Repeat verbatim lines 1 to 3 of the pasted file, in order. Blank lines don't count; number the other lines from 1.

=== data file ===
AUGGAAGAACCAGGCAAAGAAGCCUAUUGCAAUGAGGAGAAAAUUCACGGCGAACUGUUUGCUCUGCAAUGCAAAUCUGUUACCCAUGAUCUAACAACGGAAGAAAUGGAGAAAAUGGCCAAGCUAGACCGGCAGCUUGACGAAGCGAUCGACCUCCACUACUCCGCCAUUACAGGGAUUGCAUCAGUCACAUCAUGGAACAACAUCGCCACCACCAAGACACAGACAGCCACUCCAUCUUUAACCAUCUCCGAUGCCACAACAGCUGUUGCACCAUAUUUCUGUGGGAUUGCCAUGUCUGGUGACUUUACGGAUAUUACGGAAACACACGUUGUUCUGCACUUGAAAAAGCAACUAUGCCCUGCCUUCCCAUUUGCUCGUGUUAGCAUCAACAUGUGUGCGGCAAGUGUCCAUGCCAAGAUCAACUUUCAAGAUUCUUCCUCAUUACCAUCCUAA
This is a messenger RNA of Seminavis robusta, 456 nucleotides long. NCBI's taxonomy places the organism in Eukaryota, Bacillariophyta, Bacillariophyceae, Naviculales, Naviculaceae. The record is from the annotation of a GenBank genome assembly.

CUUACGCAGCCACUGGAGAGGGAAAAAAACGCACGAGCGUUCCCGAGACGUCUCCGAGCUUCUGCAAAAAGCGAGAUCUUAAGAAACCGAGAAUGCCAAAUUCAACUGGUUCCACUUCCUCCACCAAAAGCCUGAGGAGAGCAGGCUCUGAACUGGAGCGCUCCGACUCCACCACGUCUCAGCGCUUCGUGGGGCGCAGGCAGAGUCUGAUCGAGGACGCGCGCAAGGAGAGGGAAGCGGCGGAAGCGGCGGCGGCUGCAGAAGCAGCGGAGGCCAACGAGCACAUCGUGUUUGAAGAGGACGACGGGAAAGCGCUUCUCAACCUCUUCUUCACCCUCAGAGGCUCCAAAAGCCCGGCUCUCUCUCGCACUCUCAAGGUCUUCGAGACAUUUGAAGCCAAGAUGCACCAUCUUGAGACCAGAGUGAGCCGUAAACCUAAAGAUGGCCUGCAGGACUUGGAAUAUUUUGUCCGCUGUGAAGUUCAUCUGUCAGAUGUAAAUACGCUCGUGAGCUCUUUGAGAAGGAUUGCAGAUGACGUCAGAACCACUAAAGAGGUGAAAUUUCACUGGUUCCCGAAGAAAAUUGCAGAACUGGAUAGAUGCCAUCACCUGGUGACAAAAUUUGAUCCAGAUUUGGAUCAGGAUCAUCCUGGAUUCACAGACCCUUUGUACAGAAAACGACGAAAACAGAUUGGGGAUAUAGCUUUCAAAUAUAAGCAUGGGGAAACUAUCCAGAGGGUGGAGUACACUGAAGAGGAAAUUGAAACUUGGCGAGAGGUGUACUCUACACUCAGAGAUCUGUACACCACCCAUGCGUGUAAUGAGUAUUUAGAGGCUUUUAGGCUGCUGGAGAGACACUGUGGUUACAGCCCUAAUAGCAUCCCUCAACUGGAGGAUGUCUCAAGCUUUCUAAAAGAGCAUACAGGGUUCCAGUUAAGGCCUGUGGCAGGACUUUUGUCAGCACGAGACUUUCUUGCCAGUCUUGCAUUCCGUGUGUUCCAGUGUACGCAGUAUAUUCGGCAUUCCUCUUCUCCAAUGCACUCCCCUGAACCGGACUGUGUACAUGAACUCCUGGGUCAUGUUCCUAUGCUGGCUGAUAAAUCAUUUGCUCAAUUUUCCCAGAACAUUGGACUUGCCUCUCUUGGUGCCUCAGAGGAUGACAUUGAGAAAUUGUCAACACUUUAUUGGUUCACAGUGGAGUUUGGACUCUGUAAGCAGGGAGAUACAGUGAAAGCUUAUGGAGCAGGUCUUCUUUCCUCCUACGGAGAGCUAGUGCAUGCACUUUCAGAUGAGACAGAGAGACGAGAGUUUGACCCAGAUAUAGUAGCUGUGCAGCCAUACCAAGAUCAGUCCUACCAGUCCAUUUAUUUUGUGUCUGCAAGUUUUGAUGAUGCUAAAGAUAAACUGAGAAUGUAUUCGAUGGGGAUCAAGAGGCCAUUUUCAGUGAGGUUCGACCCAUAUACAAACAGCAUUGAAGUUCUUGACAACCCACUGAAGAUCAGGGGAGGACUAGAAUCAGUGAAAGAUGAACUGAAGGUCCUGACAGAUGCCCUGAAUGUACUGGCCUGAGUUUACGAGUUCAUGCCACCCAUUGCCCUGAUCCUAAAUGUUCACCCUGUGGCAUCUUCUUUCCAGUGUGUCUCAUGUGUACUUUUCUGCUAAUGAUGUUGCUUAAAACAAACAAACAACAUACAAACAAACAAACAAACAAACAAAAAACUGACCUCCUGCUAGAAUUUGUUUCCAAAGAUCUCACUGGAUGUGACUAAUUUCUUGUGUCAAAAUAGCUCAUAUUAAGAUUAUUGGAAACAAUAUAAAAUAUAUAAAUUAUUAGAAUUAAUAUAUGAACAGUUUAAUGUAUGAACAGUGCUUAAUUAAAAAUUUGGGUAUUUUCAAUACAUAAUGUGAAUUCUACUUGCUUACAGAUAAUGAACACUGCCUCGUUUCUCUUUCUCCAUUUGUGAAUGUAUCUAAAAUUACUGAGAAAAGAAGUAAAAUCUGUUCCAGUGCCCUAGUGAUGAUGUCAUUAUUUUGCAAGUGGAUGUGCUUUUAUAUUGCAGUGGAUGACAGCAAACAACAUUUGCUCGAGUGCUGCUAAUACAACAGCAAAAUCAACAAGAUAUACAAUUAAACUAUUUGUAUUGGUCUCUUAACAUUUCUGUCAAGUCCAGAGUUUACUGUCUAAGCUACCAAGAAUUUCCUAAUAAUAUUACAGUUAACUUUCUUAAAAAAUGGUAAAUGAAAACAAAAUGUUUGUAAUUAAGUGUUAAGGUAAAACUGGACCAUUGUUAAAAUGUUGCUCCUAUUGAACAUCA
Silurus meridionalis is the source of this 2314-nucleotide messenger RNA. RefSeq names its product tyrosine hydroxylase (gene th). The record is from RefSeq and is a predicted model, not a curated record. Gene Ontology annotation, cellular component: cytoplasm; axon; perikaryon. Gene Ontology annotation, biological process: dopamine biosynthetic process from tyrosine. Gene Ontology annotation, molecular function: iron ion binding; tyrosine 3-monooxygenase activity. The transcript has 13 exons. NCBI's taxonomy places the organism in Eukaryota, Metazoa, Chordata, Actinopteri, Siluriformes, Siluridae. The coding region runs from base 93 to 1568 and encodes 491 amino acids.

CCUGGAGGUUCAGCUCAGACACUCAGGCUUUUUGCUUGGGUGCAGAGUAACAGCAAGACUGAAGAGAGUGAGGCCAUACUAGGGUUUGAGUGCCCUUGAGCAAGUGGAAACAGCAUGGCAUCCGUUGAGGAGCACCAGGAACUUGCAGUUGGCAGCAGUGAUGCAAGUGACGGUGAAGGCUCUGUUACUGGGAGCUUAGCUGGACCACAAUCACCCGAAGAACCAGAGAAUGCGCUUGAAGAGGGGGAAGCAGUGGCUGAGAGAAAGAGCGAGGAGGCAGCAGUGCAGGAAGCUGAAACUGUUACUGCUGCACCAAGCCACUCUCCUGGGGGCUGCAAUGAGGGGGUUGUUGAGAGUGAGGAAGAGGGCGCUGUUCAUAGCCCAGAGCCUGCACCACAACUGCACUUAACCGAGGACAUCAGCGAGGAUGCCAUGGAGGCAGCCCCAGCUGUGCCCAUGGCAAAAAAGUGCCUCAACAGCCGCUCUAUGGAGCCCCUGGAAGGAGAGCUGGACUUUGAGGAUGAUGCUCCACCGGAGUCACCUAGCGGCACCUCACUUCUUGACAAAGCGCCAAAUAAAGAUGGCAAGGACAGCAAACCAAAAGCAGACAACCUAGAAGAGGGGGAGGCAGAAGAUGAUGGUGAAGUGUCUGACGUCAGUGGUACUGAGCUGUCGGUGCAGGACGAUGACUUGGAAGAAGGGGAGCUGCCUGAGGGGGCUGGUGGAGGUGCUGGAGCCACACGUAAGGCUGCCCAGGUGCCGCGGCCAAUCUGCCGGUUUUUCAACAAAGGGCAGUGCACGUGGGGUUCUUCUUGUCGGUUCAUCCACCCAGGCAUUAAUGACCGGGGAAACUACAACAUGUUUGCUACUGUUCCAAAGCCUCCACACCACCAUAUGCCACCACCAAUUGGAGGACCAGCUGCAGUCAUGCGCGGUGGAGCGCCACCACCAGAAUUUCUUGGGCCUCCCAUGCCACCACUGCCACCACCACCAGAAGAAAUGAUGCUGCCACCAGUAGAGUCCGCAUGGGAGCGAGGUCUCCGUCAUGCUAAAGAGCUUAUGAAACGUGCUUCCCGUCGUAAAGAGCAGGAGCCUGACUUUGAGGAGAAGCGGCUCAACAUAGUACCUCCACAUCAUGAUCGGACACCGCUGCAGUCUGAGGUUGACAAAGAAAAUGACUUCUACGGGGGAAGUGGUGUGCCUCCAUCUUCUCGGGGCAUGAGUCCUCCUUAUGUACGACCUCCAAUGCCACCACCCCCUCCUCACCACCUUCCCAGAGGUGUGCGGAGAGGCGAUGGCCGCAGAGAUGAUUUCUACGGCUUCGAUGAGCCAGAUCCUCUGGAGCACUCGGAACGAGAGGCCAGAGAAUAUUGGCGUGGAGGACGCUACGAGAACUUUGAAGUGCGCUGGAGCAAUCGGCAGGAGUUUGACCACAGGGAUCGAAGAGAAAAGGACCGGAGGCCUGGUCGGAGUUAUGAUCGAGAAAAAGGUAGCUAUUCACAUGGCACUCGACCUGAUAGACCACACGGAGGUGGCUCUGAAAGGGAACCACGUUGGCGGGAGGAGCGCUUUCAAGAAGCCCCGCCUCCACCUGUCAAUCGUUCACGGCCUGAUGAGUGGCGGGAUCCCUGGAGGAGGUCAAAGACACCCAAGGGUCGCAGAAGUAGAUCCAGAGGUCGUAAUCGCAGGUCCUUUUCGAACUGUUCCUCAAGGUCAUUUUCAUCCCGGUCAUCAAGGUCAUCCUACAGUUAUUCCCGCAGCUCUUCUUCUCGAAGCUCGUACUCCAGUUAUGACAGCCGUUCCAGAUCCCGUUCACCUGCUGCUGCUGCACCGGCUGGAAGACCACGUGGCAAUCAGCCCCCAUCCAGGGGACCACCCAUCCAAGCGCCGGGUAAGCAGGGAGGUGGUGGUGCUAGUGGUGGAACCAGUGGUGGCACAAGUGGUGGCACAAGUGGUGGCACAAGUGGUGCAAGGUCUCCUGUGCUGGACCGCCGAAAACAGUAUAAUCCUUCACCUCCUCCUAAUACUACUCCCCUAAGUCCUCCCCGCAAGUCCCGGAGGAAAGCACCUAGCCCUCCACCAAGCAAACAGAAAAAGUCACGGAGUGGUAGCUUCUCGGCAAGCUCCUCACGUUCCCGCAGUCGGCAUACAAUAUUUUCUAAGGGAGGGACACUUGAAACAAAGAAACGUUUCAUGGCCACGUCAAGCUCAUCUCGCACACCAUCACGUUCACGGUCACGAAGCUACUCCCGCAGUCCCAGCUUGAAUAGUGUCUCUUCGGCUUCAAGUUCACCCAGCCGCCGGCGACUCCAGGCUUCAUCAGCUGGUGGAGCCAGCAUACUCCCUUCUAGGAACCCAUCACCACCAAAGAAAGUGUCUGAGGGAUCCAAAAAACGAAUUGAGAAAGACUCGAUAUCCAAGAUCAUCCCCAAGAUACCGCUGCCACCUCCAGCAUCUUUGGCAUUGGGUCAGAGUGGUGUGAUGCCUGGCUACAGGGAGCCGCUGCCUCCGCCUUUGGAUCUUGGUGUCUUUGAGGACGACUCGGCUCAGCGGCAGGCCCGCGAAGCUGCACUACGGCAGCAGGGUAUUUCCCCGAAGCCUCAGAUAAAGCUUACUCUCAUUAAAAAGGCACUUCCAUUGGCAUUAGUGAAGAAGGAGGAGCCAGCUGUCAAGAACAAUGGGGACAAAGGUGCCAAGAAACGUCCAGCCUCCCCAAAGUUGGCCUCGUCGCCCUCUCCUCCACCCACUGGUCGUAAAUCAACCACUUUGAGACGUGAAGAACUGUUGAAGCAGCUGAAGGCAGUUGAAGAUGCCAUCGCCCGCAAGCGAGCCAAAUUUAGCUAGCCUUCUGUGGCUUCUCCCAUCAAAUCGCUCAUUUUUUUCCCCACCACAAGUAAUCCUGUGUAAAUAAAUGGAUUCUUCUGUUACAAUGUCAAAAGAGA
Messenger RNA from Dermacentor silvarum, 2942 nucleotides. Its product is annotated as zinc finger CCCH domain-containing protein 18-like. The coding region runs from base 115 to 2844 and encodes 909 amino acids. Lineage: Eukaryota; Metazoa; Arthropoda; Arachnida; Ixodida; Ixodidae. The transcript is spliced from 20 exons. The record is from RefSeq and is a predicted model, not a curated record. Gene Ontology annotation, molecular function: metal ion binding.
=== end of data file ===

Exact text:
AUGGAAGAACCAGGCAAAGAAGCCUAUUGCAAUGAGGAGAAAAUUCACGGCGAACUGUUUGCUCUGCAAUGCAAAUCUGUUACCCAUGAUCUAACAACGGAAGAAAUGGAGAAAAUGGCCAAGCUAGACCGGCAGCUUGACGAAGCGAUCGACCUCCACUACUCCGCCAUUACAGGGAUUGCAUCAGUCACAUCAUGGAACAACAUCGCCACCACCAAGACACAGACAGCCACUCCAUCUUUAACCAUCUCCGAUGCCACAACAGCUGUUGCACCAUAUUUCUGUGGGAUUGCCAUGUCUGGUGACUUUACGGAUAUUACGGAAACACACGUUGUUCUGCACUUGAAAAAGCAACUAUGCCCUGCCUUCCCAUUUGCUCGUGUUAGCAUCAACAUGUGUGCGGCAAGUGUCCAUGCCAAGAUCAACUUUCAAGAUUCUUCCUCAUUACCAUCCUAA
This is a messenger RNA of Seminavis robusta, 456 nucleotides long. NCBI's taxonomy places the organism in Eukaryota, Bacillariophyta, Bacillariophyceae, Naviculales, Naviculaceae. The record is from the annotation of a GenBank genome assembly.

CUUACGCAGCCACUGGAGAGGGAAAAAAACGCACGAGCGUUCCCGAGACGUCUCCGAGCUUCUGCAAAAAGCGAGAUCUUAAGAAACCGAGAAUGCCAAAUUCAACUGGUUCCACUUCCUCCACCAAAAGCCUGAGGAGAGCAGGCUCUGAACUGGAGCGCUCCGACUCCACCACGUCUCAGCGCUUCGUGGGGCGCAGGCAGAGUCUGAUCGAGGACGCGCGCAAGGAGAGGGAAGCGGCGGAAGCGGCGGCGGCUGCAGAAGCAGCGGAGGCCAACGAGCACAUCGUGUUUGAAGAGGACGACGGGAAAGCGCUUCUCAACCUCUUCUUCACCCUCAGAGGCUCCAAAAGCCCGGCUCUCUCUCGCACUCUCAAGGUCUUCGAGACAUUUGAAGCCAAGAUGCACCAUCUUGAGACCAGAGUGAGCCGUAAACCUAAAGAUGGCCUGCAGGACUUGGAAUAUUUUGUCCGCUGUGAAGUUCAUCUGUCAGAUGUAAAUACGCUCGUGAGCUCUUUGAGAAGGAUUGCAGAUGACGUCAGAACCACUAAAGAGGUGAAAUUUCACUGGUUCCCGAAGAAAAUUGCAGAACUGGAUAGAUGCCAUCACCUGGUGACAAAAUUUGAUCCAGAUUUGGAUCAGGAUCAUCCUGGAUUCACAGACCCUUUGUACAGAAAACGACGAAAACAGAUUGGGGAUAUAGCUUUCAAAUAUAAGCAUGGGGAAACUAUCCAGAGGGUGGAGUACACUGAAGAGGAAAUUGAAACUUGGCGAGAGGUGUACUCUACACUCAGAGAUCUGUACACCACCCAUGCGUGUAAUGAGUAUUUAGAGGCUUUUAGGCUGCUGGAGAGACACUGUGGUUACAGCCCUAAUAGCAUCCCUCAACUGGAGGAUGUCUCAAGCUUUCUAAAAGAGCAUACAGGGUUCCAGUUAAGGCCUGUGGCAGGACUUUUGUCAGCACGAGACUUUCUUGCCAGUCUUGCAUUCCGUGUGUUCCAGUGUACGCAGUAUAUUCGGCAUUCCUCUUCUCCAAUGCACUCCCCUGAACCGGACUGUGUACAUGAACUCCUGGGUCAUGUUCCUAUGCUGGCUGAUAAAUCAUUUGCUCAAUUUUCCCAGAACAUUGGACUUGCCUCUCUUGGUGCCUCAGAGGAUGACAUUGAGAAAUUGUCAACACUUUAUUGGUUCACAGUGGAGUUUGGACUCUGUAAGCAGGGAGAUACAGUGAAAGCUUAUGGAGCAGGUCUUCUUUCCUCCUACGGAGAGCUAGUGCAUGCACUUUCAGAUGAGACAGAGAGACGAGAGUUUGACCCAGAUAUAGUAGCUGUGCAGCCAUACCAAGAUCAGUCCUACCAGUCCAUUUAUUUUGUGUCUGCAAGUUUUGAUGAUGCUAAAGAUAAACUGAGAAUGUAUUCGAUGGGGAUCAAGAGGCCAUUUUCAGUGAGGUUCGACCCAUAUACAAACAGCAUUGAAGUUCUUGACAACCCACUGAAGAUCAGGGGAGGACUAGAAUCAGUGAAAGAUGAACUGAAGGUCCUGACAGAUGCCCUGAAUGUACUGGCCUGAGUUUACGAGUUCAUGCCACCCAUUGCCCUGAUCCUAAAUGUUCACCCUGUGGCAUCUUCUUUCCAGUGUGUCUCAUGUGUACUUUUCUGCUAAUGAUGUUGCUUAAAACAAACAAACAACAUACAAACAAACAAACAAACAAACAAAAAACUGACCUCCUGCUAGAAUUUGUUUCCAAAGAUCUCACUGGAUGUGACUAAUUUCUUGUGUCAAAAUAGCUCAUAUUAAGAUUAUUGGAAACAAUAUAAAAUAUAUAAAUUAUUAGAAUUAAUAUAUGAACAGUUUAAUGUAUGAACAGUGCUUAAUUAAAAAUUUGGGUAUUUUCAAUACAUAAUGUGAAUUCUACUUGCUUACAGAUAAUGAACACUGCCUCGUUUCUCUUUCUCCAUUUGUGAAUGUAUCUAAAAUUACUGAGAAAAGAAGUAAAAUCUGUUCCAGUGCCCUAGUGAUGAUGUCAUUAUUUUGCAAGUGGAUGUGCUUUUAUAUUGCAGUGGAUGACAGCAAACAACAUUUGCUCGAGUGCUGCUAAUACAACAGCAAAAUCAACAAGAUAUACAAUUAAACUAUUUGUAUUGGUCUCUUAACAUUUCUGUCAAGUCCAGAGUUUACUGUCUAAGCUACCAAGAAUUUCCUAAUAAUAUUACAGUUAACUUUCUUAAAAAAUGGUAAAUGAAAACAAAAUGUUUGUAAUUAAGUGUUAAGGUAAAACUGGACCAUUGUUAAAAUGUUGCUCCUAUUGAACAUCA